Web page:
But sadly, America 1, mired in complacency and entitlement, doesn’t see it. America 1 actually hates America 2 and literally wants to build a wall against America 2. I wish we could swap out a big chunk of America 1 for more of America 2.





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13 Responses to “The Two Americas: Which is Exceptional?”

  1. EriK Says:

    I agree with much of your post, but personally prefer America 1.5 to either America 1 or America 2.

  2. njmolinari Says:

    Frank, do you get a pension from your years as a judge?

  3. rationaloptimist Says:

    Yes. If your implication is that that makes me some kind of hypocrite, I EARNED that pension through productive work; not just because it was part of the terms of my employment, but in one case at least, my work saved the people of New York literally billions of dollars!

  4. njmolinari Says:

    Lot’s of people earn well deserved pensions, including you. That’s my point.

  5. rationaloptimist Says:

    Sure. Nevertheless, well deserved or not (and SOME pensions ARE excessive — politicians giving away the store to buy union support) — it is a problem for the nation that an increasing percentage of the population is collecting pensions and all sorts of other benefits, while a decreasing percentage is working and paying taxes to fund them.

  6. Lee Says:

    Too much of the nation is working multiple jobs and living below the poverty line. I guess we can call that America 3.

  7. rationaloptimist Says:

    Very true: as I’ve said repeatedly, we have a real problem of too many people not getting the education and skills to swim successfully in today’s highly competitive and technological global economy. (Good to see Lee back!)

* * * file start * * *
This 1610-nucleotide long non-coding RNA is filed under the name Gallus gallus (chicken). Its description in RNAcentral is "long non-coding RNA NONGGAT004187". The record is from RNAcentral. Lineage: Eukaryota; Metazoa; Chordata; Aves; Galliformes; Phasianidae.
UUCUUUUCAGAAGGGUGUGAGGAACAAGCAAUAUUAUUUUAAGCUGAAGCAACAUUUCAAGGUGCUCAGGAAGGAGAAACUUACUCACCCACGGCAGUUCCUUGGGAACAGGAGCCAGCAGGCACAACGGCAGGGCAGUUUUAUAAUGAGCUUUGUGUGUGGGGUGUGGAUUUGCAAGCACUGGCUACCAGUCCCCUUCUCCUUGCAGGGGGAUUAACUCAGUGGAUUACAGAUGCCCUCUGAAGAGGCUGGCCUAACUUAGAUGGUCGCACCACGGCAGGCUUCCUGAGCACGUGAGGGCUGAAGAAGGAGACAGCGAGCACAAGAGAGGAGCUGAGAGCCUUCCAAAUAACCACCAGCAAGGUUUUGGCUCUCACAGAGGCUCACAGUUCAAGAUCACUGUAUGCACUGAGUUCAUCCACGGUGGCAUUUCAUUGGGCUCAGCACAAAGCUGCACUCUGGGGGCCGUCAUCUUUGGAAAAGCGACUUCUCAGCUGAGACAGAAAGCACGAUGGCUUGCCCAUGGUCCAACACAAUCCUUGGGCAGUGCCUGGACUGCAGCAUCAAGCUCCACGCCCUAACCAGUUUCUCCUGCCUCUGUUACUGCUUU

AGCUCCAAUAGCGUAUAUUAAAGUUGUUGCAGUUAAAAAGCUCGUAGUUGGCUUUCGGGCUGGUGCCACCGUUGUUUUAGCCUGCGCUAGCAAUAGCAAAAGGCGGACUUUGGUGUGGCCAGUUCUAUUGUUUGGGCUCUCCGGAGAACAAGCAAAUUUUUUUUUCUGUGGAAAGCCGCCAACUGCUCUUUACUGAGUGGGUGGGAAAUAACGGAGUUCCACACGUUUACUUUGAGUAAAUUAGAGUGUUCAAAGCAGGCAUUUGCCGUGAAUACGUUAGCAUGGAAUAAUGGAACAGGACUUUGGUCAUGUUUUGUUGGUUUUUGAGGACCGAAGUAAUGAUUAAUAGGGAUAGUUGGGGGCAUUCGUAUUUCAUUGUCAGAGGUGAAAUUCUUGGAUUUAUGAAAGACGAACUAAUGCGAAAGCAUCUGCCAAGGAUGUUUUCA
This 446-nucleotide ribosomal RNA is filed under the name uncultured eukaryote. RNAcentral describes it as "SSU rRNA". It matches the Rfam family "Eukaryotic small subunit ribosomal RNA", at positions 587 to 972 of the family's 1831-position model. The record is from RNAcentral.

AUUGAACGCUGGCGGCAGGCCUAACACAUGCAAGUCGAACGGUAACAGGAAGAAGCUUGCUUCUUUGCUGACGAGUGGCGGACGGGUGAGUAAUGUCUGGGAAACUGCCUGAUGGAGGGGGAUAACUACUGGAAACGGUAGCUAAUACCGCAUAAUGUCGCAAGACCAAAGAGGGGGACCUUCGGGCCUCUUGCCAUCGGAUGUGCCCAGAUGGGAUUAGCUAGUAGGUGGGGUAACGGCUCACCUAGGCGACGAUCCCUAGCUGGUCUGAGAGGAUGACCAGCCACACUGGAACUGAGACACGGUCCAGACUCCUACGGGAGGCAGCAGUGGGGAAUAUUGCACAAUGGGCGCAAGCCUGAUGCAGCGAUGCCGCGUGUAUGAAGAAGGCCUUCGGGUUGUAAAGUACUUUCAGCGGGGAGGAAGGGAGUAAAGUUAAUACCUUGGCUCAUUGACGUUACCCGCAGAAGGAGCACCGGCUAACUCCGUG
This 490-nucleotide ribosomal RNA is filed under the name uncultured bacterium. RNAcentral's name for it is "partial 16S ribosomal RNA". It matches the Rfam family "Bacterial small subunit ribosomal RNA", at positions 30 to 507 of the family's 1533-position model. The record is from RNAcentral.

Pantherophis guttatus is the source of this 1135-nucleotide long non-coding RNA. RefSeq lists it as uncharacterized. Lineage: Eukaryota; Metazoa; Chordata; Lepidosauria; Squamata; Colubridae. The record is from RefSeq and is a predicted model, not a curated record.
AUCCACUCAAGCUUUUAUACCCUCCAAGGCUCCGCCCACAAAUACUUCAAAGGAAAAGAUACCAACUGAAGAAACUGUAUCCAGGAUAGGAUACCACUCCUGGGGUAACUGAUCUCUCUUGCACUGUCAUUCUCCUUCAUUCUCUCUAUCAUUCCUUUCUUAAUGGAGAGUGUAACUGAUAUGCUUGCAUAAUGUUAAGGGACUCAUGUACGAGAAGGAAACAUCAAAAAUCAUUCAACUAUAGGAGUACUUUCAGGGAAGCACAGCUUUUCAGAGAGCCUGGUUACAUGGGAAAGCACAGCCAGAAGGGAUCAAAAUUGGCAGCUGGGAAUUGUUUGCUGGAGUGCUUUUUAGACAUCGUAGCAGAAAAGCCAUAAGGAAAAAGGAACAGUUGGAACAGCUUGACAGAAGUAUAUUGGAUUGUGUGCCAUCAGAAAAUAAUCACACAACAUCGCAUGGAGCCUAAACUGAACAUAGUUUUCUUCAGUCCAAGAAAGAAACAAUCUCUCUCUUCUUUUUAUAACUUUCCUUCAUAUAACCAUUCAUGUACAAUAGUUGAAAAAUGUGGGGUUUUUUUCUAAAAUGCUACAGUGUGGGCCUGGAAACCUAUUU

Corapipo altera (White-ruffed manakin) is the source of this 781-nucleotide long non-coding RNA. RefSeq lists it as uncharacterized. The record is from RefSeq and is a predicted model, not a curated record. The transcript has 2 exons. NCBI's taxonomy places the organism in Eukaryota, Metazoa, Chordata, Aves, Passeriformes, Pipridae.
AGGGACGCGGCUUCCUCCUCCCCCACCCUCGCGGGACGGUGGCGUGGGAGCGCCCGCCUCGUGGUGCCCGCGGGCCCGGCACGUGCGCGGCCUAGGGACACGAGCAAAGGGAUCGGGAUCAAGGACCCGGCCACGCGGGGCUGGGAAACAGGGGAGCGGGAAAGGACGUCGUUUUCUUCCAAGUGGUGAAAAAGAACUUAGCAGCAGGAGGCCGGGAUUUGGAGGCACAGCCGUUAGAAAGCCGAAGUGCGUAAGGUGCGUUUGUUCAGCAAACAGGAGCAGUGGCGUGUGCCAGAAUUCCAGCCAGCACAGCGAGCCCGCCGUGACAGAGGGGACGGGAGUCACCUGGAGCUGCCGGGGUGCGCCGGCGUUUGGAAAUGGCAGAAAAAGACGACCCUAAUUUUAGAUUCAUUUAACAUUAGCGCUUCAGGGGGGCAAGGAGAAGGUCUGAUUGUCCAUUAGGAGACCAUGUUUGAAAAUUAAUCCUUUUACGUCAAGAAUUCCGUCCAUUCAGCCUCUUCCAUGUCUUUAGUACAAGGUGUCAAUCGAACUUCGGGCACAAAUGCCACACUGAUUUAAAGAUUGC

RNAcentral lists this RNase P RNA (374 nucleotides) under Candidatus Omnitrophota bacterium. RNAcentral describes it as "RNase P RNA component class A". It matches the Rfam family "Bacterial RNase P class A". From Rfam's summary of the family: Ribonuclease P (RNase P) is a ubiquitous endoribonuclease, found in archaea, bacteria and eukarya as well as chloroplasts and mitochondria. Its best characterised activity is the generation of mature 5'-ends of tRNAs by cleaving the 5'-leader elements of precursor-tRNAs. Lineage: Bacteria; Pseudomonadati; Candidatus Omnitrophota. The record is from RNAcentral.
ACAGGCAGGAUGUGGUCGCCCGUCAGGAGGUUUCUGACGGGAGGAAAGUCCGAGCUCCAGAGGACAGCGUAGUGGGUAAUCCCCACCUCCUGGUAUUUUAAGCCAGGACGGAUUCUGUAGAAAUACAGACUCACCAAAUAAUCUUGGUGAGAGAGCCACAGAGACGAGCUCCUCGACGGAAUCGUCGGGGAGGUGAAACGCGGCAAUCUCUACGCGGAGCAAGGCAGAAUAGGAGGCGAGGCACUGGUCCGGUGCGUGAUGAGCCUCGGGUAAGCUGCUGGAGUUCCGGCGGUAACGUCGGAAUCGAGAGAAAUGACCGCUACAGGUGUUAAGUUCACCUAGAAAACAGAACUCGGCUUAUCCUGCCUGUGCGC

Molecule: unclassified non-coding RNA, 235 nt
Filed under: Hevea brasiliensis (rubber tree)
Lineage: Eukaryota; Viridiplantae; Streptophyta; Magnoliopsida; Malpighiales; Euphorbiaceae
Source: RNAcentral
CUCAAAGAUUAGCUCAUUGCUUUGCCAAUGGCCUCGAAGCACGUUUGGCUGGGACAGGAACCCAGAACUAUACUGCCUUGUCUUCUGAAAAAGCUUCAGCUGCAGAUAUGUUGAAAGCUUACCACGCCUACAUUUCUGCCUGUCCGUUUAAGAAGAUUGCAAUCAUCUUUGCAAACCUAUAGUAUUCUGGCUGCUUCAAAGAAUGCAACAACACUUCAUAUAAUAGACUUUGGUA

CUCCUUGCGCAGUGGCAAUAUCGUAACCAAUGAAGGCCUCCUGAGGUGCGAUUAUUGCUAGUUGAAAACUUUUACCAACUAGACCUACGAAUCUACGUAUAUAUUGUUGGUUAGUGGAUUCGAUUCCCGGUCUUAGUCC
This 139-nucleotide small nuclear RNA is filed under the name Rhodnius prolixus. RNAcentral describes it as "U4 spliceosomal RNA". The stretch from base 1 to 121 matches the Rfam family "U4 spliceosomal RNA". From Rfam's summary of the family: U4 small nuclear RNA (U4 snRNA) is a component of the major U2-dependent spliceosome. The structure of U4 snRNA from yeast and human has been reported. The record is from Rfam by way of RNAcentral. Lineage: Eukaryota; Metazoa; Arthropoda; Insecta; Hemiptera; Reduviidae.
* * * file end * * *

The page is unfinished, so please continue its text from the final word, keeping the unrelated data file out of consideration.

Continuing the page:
8. Lee Says:

    Skills are part of it, but there is also the “need to have money to make money aspect” as in, how can I invent the next iPhone if I all my energy goes to working multiple jobs just to survive?

    I am thinking a negative income tax is the way to go. A little supplemental income could give people the time to get the skills they need. It would also give them the freedom to risk some unpaid time to switch jobs, away from oppression or towards a better match for their skills. (And we could eliminate the minimum wage!)

    Or am I simply advocating for more of America 1?

  9. rationaloptimist Says:

    It might discomfit you to know the negative income tax was a Milton Friedman proposal. At least it would be more efficient than the patchwork crazy-quilt of highly bureaucratized and poorly targeted social welfare programs we have now. Including, yes, the minimum wage. (The “progressives” will burn you at the stake for this heresy.)

  10. coppersmith Says:

    Superb blog! Do you have any recommendations for aspiring writers? I’m planning to start my own blog soon but I’m a little lost on everything. Would you recommend starting with a free platform like WordPress or go for a paid option? There are so many options out there that I’m completely confused .. Any recommendations? Thanks!

  11. rationaloptimist Says:

    WordPress is very good. I don’t think you need more unless you are a professional big deal.

  12. Says:

    Heya are using WordPress for your blog platform? I’m new to
    the blog world but I’m trying to get started and create
    my own. Do you require any html coding knowledge to make your own blog?
    Any help would be really appreciated!

  13. rationaloptimist Says:

    No html is required